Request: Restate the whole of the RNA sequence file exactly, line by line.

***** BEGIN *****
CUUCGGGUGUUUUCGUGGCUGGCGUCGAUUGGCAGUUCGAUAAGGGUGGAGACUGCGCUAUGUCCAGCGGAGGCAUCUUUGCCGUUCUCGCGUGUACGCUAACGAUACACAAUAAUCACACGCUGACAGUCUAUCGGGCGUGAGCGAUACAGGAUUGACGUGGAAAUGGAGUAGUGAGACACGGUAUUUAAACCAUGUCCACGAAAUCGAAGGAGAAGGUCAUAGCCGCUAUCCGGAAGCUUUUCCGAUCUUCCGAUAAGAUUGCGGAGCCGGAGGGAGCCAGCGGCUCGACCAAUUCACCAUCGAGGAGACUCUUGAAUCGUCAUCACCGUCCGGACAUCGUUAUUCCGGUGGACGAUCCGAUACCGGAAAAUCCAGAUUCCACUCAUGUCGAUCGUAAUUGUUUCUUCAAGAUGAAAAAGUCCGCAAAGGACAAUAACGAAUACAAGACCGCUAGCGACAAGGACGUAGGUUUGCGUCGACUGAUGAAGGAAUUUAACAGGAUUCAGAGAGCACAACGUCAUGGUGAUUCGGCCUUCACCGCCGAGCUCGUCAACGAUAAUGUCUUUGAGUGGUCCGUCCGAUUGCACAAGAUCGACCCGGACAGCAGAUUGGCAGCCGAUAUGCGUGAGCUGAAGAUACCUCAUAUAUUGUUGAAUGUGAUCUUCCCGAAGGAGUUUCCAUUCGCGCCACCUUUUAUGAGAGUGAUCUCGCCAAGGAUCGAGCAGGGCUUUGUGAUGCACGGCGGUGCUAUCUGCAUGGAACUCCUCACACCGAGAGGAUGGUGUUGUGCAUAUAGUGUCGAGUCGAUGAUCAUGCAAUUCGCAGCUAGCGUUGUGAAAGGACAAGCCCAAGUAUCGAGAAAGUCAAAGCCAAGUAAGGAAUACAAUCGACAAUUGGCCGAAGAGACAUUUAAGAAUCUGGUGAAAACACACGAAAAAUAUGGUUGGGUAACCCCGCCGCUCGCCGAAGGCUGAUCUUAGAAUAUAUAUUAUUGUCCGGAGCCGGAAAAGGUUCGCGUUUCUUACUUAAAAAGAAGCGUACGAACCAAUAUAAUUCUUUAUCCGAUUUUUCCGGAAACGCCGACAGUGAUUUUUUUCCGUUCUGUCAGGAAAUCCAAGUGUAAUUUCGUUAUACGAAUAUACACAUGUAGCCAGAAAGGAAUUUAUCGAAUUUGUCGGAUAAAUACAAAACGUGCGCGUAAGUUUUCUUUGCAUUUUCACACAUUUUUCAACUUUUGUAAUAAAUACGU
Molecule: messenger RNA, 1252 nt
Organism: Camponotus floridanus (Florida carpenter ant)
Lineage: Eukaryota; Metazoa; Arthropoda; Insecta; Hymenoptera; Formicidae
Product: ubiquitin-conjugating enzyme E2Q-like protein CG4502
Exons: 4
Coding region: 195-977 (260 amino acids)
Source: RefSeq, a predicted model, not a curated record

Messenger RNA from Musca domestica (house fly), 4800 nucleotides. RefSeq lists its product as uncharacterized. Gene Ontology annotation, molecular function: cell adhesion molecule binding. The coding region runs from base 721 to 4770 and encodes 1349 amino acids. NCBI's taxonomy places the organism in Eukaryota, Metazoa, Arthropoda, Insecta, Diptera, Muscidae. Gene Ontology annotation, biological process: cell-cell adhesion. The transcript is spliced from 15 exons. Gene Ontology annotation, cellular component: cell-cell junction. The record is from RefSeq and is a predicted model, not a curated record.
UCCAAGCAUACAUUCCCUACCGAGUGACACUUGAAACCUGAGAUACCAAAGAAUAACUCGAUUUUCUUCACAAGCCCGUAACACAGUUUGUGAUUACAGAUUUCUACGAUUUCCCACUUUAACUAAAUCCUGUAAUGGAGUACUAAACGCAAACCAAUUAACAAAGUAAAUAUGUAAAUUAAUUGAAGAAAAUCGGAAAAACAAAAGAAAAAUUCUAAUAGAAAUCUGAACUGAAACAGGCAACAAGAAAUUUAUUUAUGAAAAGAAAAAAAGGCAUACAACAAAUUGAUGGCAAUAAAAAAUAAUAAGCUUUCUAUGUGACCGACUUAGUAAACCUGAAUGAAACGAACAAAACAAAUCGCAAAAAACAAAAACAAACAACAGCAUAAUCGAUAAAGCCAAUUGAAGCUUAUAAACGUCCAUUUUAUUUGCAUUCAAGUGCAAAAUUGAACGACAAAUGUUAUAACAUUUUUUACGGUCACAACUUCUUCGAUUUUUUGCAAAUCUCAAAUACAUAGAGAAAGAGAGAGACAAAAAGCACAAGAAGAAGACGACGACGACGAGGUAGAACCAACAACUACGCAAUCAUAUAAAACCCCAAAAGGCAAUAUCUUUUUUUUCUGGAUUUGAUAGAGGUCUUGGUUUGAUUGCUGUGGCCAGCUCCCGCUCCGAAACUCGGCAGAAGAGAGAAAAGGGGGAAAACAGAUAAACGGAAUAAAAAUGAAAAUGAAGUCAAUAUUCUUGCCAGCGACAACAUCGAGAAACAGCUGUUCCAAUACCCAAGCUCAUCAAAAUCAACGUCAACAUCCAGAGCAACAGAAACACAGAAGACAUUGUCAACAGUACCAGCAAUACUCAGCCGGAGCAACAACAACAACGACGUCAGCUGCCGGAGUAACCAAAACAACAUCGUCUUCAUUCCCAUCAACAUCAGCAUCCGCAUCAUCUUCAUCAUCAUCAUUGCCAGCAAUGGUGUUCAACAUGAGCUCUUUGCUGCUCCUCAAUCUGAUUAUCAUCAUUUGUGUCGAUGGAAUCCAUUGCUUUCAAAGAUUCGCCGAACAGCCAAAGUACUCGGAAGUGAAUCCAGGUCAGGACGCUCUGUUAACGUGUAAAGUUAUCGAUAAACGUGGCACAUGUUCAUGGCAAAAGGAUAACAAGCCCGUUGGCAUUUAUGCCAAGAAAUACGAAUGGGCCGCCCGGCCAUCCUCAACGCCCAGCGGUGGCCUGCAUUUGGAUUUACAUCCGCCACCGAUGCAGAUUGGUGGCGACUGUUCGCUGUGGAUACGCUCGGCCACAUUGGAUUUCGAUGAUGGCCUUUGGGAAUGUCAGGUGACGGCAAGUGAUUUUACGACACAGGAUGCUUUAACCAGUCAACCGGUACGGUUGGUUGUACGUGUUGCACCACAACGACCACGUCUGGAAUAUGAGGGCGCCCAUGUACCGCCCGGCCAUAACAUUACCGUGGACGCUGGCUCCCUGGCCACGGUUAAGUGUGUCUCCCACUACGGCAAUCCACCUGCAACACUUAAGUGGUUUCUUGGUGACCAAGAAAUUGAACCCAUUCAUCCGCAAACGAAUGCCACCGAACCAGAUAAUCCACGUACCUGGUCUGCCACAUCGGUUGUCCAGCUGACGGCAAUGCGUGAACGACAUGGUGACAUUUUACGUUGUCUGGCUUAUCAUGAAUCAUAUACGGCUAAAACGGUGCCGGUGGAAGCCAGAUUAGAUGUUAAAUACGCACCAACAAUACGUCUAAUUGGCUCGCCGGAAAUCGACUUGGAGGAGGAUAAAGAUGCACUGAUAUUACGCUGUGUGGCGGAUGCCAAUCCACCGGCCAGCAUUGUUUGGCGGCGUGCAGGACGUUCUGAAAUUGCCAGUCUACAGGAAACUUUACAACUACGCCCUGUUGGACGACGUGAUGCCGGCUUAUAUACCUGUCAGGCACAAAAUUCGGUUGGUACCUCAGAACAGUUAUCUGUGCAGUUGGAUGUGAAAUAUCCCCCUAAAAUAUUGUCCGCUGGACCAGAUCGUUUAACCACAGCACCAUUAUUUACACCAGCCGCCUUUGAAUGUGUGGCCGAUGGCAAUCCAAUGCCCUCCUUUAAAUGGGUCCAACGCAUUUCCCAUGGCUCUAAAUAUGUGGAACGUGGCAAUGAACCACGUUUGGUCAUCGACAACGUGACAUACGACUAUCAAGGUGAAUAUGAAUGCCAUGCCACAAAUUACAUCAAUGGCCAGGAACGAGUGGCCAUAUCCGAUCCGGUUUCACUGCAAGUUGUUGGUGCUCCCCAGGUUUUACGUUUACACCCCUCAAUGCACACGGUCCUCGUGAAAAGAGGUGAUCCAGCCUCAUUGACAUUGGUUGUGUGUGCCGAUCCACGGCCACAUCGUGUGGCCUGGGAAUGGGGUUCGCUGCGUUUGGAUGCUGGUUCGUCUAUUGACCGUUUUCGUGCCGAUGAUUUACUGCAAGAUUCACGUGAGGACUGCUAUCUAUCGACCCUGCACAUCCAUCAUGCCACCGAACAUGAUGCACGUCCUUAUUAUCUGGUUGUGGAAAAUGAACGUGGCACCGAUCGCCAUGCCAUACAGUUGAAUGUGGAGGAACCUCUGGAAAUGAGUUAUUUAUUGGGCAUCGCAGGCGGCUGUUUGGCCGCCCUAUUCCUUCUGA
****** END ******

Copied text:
CUUCGGGUGUUUUCGUGGCUGGCGUCGAUUGGCAGUUCGAUAAGGGUGGAGACUGCGCUAUGUCCAGCGGAGGCAUCUUUGCCGUUCUCGCGUGUACGCUAACGAUACACAAUAAUCACACGCUGACAGUCUAUCGGGCGUGAGCGAUACAGGAUUGACGUGGAAAUGGAGUAGUGAGACACGGUAUUUAAACCAUGUCCACGAAAUCGAAGGAGAAGGUCAUAGCCGCUAUCCGGAAGCUUUUCCGAUCUUCCGAUAAGAUUGCGGAGCCGGAGGGAGCCAGCGGCUCGACCAAUUCACCAUCGAGGAGACUCUUGAAUCGUCAUCACCGUCCGGACAUCGUUAUUCCGGUGGACGAUCCGAUACCGGAAAAUCCAGAUUCCACUCAUGUCGAUCGUAAUUGUUUCUUCAAGAUGAAAAAGUCCGCAAAGGACAAUAACGAAUACAAGACCGCUAGCGACAAGGACGUAGGUUUGCGUCGACUGAUGAAGGAAUUUAACAGGAUUCAGAGAGCACAACGUCAUGGUGAUUCGGCCUUCACCGCCGAGCUCGUCAACGAUAAUGUCUUUGAGUGGUCCGUCCGAUUGCACAAGAUCGACCCGGACAGCAGAUUGGCAGCCGAUAUGCGUGAGCUGAAGAUACCUCAUAUAUUGUUGAAUGUGAUCUUCCCGAAGGAGUUUCCAUUCGCGCCACCUUUUAUGAGAGUGAUCUCGCCAAGGAUCGAGCAGGGCUUUGUGAUGCACGGCGGUGCUAUCUGCAUGGAACUCCUCACACCGAGAGGAUGGUGUUGUGCAUAUAGUGUCGAGUCGAUGAUCAUGCAAUUCGCAGCUAGCGUUGUGAAAGGACAAGCCCAAGUAUCGAGAAAGUCAAAGCCAAGUAAGGAAUACAAUCGACAAUUGGCCGAAGAGACAUUUAAGAAUCUGGUGAAAACACACGAAAAAUAUGGUUGGGUAACCCCGCCGCUCGCCGAAGGCUGAUCUUAGAAUAUAUAUUAUUGUCCGGAGCCGGAAAAGGUUCGCGUUUCUUACUUAAAAAGAAGCGUACGAACCAAUAUAAUUCUUUAUCCGAUUUUUCCGGAAACGCCGACAGUGAUUUUUUUCCGUUCUGUCAGGAAAUCCAAGUGUAAUUUCGUUAUACGAAUAUACACAUGUAGCCAGAAAGGAAUUUAUCGAAUUUGUCGGAUAAAUACAAAACGUGCGCGUAAGUUUUCUUUGCAUUUUCACACAUUUUUCAACUUUUGUAAUAAAUACGU
Molecule: messenger RNA, 1252 nt
Organism: Camponotus floridanus (Florida carpenter ant)
Lineage: Eukaryota; Metazoa; Arthropoda; Insecta; Hymenoptera; Formicidae
Product: ubiquitin-conjugating enzyme E2Q-like protein CG4502
Exons: 4
Coding region: 195-977 (260 amino acids)
Source: RefSeq, a predicted model, not a curated record

Messenger RNA from Musca domestica (house fly), 4800 nucleotides. RefSeq lists its product as uncharacterized. Gene Ontology annotation, molecular function: cell adhesion molecule binding. The coding region runs from base 721 to 4770 and encodes 1349 amino acids. NCBI's taxonomy places the organism in Eukaryota, Metazoa, Arthropoda, Insecta, Diptera, Muscidae. Gene Ontology annotation, biological process: cell-cell adhesion. The transcript is spliced from 15 exons. Gene Ontology annotation, cellular component: cell-cell junction. The record is from RefSeq and is a predicted model, not a curated record.
UCCAAGCAUACAUUCCCUACCGAGUGACACUUGAAACCUGAGAUACCAAAGAAUAACUCGAUUUUCUUCACAAGCCCGUAACACAGUUUGUGAUUACAGAUUUCUACGAUUUCCCACUUUAACUAAAUCCUGUAAUGGAGUACUAAACGCAAACCAAUUAACAAAGUAAAUAUGUAAAUUAAUUGAAGAAAAUCGGAAAAACAAAAGAAAAAUUCUAAUAGAAAUCUGAACUGAAACAGGCAACAAGAAAUUUAUUUAUGAAAAGAAAAAAAGGCAUACAACAAAUUGAUGGCAAUAAAAAAUAAUAAGCUUUCUAUGUGACCGACUUAGUAAACCUGAAUGAAACGAACAAAACAAAUCGCAAAAAACAAAAACAAACAACAGCAUAAUCGAUAAAGCCAAUUGAAGCUUAUAAACGUCCAUUUUAUUUGCAUUCAAGUGCAAAAUUGAACGACAAAUGUUAUAACAUUUUUUACGGUCACAACUUCUUCGAUUUUUUGCAAAUCUCAAAUACAUAGAGAAAGAGAGAGACAAAAAGCACAAGAAGAAGACGACGACGACGAGGUAGAACCAACAACUACGCAAUCAUAUAAAACCCCAAAAGGCAAUAUCUUUUUUUUCUGGAUUUGAUAGAGGUCUUGGUUUGAUUGCUGUGGCCAGCUCCCGCUCCGAAACUCGGCAGAAGAGAGAAAAGGGGGAAAACAGAUAAACGGAAUAAAAAUGAAAAUGAAGUCAAUAUUCUUGCCAGCGACAACAUCGAGAAACAGCUGUUCCAAUACCCAAGCUCAUCAAAAUCAACGUCAACAUCCAGAGCAACAGAAACACAGAAGACAUUGUCAACAGUACCAGCAAUACUCAGCCGGAGCAACAACAACAACGACGUCAGCUGCCGGAGUAACCAAAACAACAUCGUCUUCAUUCCCAUCAACAUCAGCAUCCGCAUCAUCUUCAUCAUCAUCAUUGCCAGCAAUGGUGUUCAACAUGAGCUCUUUGCUGCUCCUCAAUCUGAUUAUCAUCAUUUGUGUCGAUGGAAUCCAUUGCUUUCAAAGAUUCGCCGAACAGCCAAAGUACUCGGAAGUGAAUCCAGGUCAGGACGCUCUGUUAACGUGUAAAGUUAUCGAUAAACGUGGCACAUGUUCAUGGCAAAAGGAUAACAAGCCCGUUGGCAUUUAUGCCAAGAAAUACGAAUGGGCCGCCCGGCCAUCCUCAACGCCCAGCGGUGGCCUGCAUUUGGAUUUACAUCCGCCACCGAUGCAGAUUGGUGGCGACUGUUCGCUGUGGAUACGCUCGGCCACAUUGGAUUUCGAUGAUGGCCUUUGGGAAUGUCAGGUGACGGCAAGUGAUUUUACGACACAGGAUGCUUUAACCAGUCAACCGGUACGGUUGGUUGUACGUGUUGCACCACAACGACCACGUCUGGAAUAUGAGGGCGCCCAUGUACCGCCCGGCCAUAACAUUACCGUGGACGCUGGCUCCCUGGCCACGGUUAAGUGUGUCUCCCACUACGGCAAUCCACCUGCAACACUUAAGUGGUUUCUUGGUGACCAAGAAAUUGAACCCAUUCAUCCGCAAACGAAUGCCACCGAACCAGAUAAUCCACGUACCUGGUCUGCCACAUCGGUUGUCCAGCUGACGGCAAUGCGUGAACGACAUGGUGACAUUUUACGUUGUCUGGCUUAUCAUGAAUCAUAUACGGCUAAAACGGUGCCGGUGGAAGCCAGAUUAGAUGUUAAAUACGCACCAACAAUACGUCUAAUUGGCUCGCCGGAAAUCGACUUGGAGGAGGAUAAAGAUGCACUGAUAUUACGCUGUGUGGCGGAUGCCAAUCCACCGGCCAGCAUUGUUUGGCGGCGUGCAGGACGUUCUGAAAUUGCCAGUCUACAGGAAACUUUACAACUACGCCCUGUUGGACGACGUGAUGCCGGCUUAUAUACCUGUCAGGCACAAAAUUCGGUUGGUACCUCAGAACAGUUAUCUGUGCAGUUGGAUGUGAAAUAUCCCCCUAAAAUAUUGUCCGCUGGACCAGAUCGUUUAACCACAGCACCAUUAUUUACACCAGCCGCCUUUGAAUGUGUGGCCGAUGGCAAUCCAAUGCCCUCCUUUAAAUGGGUCCAACGCAUUUCCCAUGGCUCUAAAUAUGUGGAACGUGGCAAUGAACCACGUUUGGUCAUCGACAACGUGACAUACGACUAUCAAGGUGAAUAUGAAUGCCAUGCCACAAAUUACAUCAAUGGCCAGGAACGAGUGGCCAUAUCCGAUCCGGUUUCACUGCAAGUUGUUGGUGCUCCCCAGGUUUUACGUUUACACCCCUCAAUGCACACGGUCCUCGUGAAAAGAGGUGAUCCAGCCUCAUUGACAUUGGUUGUGUGUGCCGAUCCACGGCCACAUCGUGUGGCCUGGGAAUGGGGUUCGCUGCGUUUGGAUGCUGGUUCGUCUAUUGACCGUUUUCGUGCCGAUGAUUUACUGCAAGAUUCACGUGAGGACUGCUAUCUAUCGACCCUGCACAUCCAUCAUGCCACCGAACAUGAUGCACGUCCUUAUUAUCUGGUUGUGGAAAAUGAACGUGGCACCGAUCGCCAUGCCAUACAGUUGAAUGUGGAGGAACCUCUGGAAAUGAGUUAUUUAUUGGGCAUCGCAGGCGGCUGUUUGGCCGCCCUAUUCCUUCUGA